Coughs - Topic Overview
Coughing is the body's way of removing
foreign material or mucus from the lungs and upper airwayor of reacting to an irritated airway.
Coughs have distinctive traits you can learn to recognize. A cough is only a
symptom, not a disease, and often the importance of your cough can be
determined only when other symptoms are evaluated.
A productive cough produces phlegm or
mucus (sputum). The mucus may have drained down the back of the throat from the
nose or sinuses (postnasal drainage) or may have come up from the lungs. A
productive cough generally should not be suppressed; it clears mucus from the
lungs. There are many causes of a productive cough, such as:
illnesses. It is normal to have a productive cough when you have a common cold.
Coughing is often triggered by mucus that drains down the back of the throat.
An infection of the lungs or upper airway passages can cause a cough. A
productive cough may be a symptom of pneumonia, bronchitis, sinusitis, or
disease. A productive cough could be a sign that a disease such as chronic
obstructive pulmonary disease (COPD) is getting worse or that you have an
backing up into the esophagus. This type of coughing may be a symptom of
gastroesophageal reflux disease (GERD) and may awaken you from sleep.
discharge draining down the back of the throat (postnasal drip syndrome). This
can cause a productive cough or the feeling that you constantly need to clear
your throat. Experts disagree about whether a postnasal drip or the viral
illness that caused it is responsible for the cough.
other tobacco use. Productive coughs in a person who smokes or uses other forms
of tobacco is often a sign of lung damage or irritation of the throat or
A nonproductive cough is dry and does
not produce sputum. A dry, hacking cough may develop toward the end of a cold
or after exposure to an irritant, such as dust or smoke. There are many causes
of a nonproductive cough, such as:
illnesses. After a common cold, a dry cough may last several weeks longer than
other symptoms and often gets worse at night.
A nonproductive cough, particularly at night, may indicate spasms in the
bronchial tubes (bronchospasm) caused by irritation.
Frequent sneezing is also a common symptom of allergic rhinitis.
called ACE inhibitors that are used to control high blood pressure. Examples of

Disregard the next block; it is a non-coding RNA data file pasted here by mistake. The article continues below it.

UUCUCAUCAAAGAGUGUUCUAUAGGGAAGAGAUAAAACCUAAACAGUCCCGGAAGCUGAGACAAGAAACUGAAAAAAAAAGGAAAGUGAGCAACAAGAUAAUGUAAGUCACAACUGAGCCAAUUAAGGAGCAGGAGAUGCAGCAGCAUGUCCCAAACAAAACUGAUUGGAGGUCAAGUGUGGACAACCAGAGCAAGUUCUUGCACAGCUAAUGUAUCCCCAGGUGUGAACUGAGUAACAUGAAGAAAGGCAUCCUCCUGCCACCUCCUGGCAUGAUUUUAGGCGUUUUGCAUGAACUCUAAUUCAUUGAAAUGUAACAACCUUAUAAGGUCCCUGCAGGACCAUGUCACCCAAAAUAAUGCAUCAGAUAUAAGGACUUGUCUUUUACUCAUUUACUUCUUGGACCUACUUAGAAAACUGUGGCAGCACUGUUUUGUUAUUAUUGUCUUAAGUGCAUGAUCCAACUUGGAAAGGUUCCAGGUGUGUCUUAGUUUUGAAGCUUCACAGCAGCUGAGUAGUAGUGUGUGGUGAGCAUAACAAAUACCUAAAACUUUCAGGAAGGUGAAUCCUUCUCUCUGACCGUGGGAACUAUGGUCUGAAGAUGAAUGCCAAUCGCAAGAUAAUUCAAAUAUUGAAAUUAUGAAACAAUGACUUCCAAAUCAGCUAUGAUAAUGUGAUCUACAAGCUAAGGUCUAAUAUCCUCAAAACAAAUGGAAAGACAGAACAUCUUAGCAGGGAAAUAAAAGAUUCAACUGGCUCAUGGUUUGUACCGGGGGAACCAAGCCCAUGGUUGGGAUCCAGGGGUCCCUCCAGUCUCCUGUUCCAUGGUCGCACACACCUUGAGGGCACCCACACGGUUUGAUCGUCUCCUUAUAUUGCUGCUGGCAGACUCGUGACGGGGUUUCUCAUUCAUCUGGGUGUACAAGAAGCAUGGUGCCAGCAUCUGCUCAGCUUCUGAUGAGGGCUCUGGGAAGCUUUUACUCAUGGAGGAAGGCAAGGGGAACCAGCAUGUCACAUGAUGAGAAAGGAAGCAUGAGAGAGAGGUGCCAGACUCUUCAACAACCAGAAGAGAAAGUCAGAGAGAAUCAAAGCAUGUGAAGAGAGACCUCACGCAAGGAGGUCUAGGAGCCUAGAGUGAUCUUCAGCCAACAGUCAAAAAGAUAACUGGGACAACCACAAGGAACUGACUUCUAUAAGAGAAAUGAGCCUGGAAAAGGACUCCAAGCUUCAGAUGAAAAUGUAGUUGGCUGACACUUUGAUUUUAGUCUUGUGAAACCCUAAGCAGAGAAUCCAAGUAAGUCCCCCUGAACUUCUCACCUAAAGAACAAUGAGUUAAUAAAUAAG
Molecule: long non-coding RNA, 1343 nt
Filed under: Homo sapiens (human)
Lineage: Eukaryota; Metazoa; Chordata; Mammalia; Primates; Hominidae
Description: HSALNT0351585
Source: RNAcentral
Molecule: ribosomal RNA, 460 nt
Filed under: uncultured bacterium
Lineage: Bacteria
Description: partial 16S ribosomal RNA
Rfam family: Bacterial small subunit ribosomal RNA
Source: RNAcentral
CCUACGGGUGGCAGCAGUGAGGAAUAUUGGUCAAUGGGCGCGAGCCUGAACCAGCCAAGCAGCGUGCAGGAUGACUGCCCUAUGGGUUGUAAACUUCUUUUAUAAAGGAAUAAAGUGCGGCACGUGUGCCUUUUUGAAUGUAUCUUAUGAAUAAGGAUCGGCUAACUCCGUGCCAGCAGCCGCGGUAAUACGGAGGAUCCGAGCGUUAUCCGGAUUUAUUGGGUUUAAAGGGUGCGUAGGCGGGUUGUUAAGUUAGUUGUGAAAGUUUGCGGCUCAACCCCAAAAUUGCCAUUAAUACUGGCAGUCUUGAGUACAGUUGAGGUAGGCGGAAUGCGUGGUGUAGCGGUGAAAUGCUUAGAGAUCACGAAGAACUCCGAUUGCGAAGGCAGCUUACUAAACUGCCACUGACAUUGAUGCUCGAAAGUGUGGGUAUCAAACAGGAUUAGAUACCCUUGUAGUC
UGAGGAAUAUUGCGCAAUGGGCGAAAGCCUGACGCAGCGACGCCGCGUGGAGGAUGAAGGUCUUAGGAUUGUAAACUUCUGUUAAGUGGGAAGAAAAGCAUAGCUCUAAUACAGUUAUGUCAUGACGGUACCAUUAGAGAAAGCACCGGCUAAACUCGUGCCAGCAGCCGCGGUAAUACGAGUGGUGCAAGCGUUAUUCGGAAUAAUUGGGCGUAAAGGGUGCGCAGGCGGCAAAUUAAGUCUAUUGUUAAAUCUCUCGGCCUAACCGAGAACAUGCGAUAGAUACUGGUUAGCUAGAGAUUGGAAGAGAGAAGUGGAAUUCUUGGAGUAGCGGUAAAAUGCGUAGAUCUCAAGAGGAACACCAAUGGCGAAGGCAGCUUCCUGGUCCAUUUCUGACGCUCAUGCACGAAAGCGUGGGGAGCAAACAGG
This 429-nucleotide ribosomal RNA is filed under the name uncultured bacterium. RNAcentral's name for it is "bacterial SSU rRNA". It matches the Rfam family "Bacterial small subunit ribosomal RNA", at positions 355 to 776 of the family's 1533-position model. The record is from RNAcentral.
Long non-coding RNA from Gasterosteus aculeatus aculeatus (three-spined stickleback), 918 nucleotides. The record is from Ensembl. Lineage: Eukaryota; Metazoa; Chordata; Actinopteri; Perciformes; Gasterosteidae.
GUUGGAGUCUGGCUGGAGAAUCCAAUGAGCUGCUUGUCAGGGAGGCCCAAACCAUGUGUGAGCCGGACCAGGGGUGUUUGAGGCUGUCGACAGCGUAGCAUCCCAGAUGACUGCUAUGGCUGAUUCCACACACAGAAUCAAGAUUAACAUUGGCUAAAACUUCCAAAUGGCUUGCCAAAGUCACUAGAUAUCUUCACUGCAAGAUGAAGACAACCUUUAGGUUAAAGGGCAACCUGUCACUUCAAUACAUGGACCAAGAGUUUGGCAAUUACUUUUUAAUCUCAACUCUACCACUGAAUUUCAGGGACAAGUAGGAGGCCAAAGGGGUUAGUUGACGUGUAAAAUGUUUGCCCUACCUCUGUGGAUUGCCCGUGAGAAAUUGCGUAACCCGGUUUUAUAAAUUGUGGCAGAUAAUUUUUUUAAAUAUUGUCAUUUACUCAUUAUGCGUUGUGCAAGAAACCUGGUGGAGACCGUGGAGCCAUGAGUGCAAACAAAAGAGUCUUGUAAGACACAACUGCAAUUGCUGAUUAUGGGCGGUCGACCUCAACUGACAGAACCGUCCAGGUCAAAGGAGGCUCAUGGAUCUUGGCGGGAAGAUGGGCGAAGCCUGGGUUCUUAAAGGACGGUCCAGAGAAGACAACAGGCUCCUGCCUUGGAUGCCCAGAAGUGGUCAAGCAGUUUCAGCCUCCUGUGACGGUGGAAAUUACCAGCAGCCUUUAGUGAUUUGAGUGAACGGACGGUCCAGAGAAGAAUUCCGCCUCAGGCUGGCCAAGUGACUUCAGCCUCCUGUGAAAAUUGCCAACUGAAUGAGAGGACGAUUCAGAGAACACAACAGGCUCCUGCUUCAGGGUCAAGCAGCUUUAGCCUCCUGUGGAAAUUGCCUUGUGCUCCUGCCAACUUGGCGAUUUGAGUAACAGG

ACE inhibitors include captopril (Capoten), enalapril maleate (Vasotec), and
lisinopril (Prinivil, Zestril, or Zestoretic).
dust, fumes, and chemicals in the work environment.
chronic dry cough may be a sign of mild asthma. Other symptoms may include wheezing,
shortness of breath, or a feeling of tightness in the chest. For more
information, see the topic Asthma.
the airway by an inhaled object, such as food or a pill. For more information,
see the topic Swallowed Objects.
Coughs - Topic Overview
Children may develop coughs from
diseases or causes that usually do not affect adults, such as:
the lower respiratory system (such as caused by respiratory syncytial virus, or
the airway by an inhaled object, such as food, a piece of a balloon, or a small
toy. For more information, see the topic Swallowed Objects.
secondhand smoke from parents or caregivers who smoke.
psychological problems. A dry, nonproductive "psychogenic cough" is
seen more frequently in children than in adults.
Many coughs are caused by a viral
illness. Antibiotics are not used to treat viral illnesses and do not alter the
course of viral infections. Unnecessary use of an antibiotic exposes you to the
risks of an allergic reaction and antibiotic side effects, such as nausea,
vomiting, diarrhea, rashes, and yeast infections. Antibiotics also may kill
beneficial bacteria and encourage the development of dangerous
A careful evaluation of your health
may help you identify other symptoms. Remember, a cough is only a symptom, not
a disease, and often the importance of your cough can only be determined when
other symptoms are evaluated. Coughs occur with bacterial and viral respiratory
infections. If you have other symptoms, such as a sore throat, sinus pressure,
or ear pain, see the Related Information section.
Review the Emergencies and Check Your
Symptoms sections to determine if and when you need to see a doctor.
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